I really enjoyed this book, I like well researched historical novels that are long enough to give you a sense of being there, not feeling let down by being so sort you feel like you just read a movie script.
I especially liked the weaving of the known history with the Supernatural in a way that is totally in keeping with the cultures in question. It took me awhile to realize what was going on with "The" War God - and I won't say anymore and be a spoiler but lets just say once I did figure it out I think I understood things a lot better.
The only reason I didn't give this book five stars is that I was a little overwhelmed by extremely detailed battle scenes which I'm sure my husband would love (we've both done a lot of historical re-enactment and he does fighting) but eventually just made me feel a bit lost and like I wanted my story back. I think this is a personal preference in reading styles, so those who like military fiction are likely to really enjoy these pages, but I just can't handle them after while (and I feel the same way about the long battle scenes that are sometimes in my husband's own novels).
I also felt just a tiny bit unconnected having so many point of view personages to follow, again I realize this is a popular modern style of writing and useful when you have multiple stories to tie together. But I couldn't help remember how gripped I felt reading the novel AZTEC years ago, which is done as an "autobiography" of the view point personage; and while I thought Mr. Jennings went way over the top in his descriptions of some of the darker stuff, I did feel very connected to his point of view Character; whereas in War God I felt most connected to Tozi the young "witch" girl and Pepito (a young boy of similar age). After while having so many others to try and sort out because a bit hard to deal with, and I realized I was starting to confuse them - that said, I like novels with lots of characters so on balance I would rather have this problem that the usual tendency of modern historical novels to only have five or six people in them.
Still, all in all, I could not stop reading until far into the night for several evenings when I should have been sleeping, always the sign of a good book.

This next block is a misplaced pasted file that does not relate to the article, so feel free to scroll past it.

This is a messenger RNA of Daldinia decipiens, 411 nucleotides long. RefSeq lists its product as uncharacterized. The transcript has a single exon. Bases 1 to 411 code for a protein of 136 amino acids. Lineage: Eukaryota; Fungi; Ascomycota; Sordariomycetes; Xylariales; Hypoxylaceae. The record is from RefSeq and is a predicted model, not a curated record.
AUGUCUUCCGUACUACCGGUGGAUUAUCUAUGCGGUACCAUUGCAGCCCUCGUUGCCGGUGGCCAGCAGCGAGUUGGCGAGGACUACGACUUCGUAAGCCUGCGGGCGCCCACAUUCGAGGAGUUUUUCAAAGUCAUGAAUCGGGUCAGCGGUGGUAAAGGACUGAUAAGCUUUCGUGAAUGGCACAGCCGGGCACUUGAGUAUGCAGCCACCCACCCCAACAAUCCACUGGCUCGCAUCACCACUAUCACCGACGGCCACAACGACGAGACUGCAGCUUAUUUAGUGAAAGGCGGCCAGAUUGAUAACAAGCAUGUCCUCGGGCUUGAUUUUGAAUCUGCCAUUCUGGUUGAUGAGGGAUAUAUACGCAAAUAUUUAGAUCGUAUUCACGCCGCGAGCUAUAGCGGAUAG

And three cheers for Mr. Hancock for refusing to hide the Aztec's blood lust for sacrifices behind some PC modern revisionist screen. That's because serious historical know that the Aztec's had gotten so out-of-control in this department, that their neighbors totally hated their guts and many were happy to side with Cortez, even saw him as a deliverer from the evil Aztec Empire, especially at first.
Yes, other tribes had similar practices but not nearly to the same degree; the Aztecs were a society that had gone totally out of control on this issue, needing ever expanding wars to bring back prisoners to execute. That in no way takes away from the many amazing things they accomplished as a people; their temples, public buildings, social structure, agriculture, writing (of which precious little is left), military skills etc - but to ignore it also skews history (and I have a degree in history and anthropology).
I am not sure however, that I would have portrayed Moctecazuma in exactly the way that Mr. Hancock has chosen to do so, but his presentation is highly believable and fits with the story (as well as some of the limited historical records).
All together, I recommend this book to anyone; a great combination of history and supernatural fantasy without a vampire or ware-wolf to be seen!
I am waiting happily for the next installment!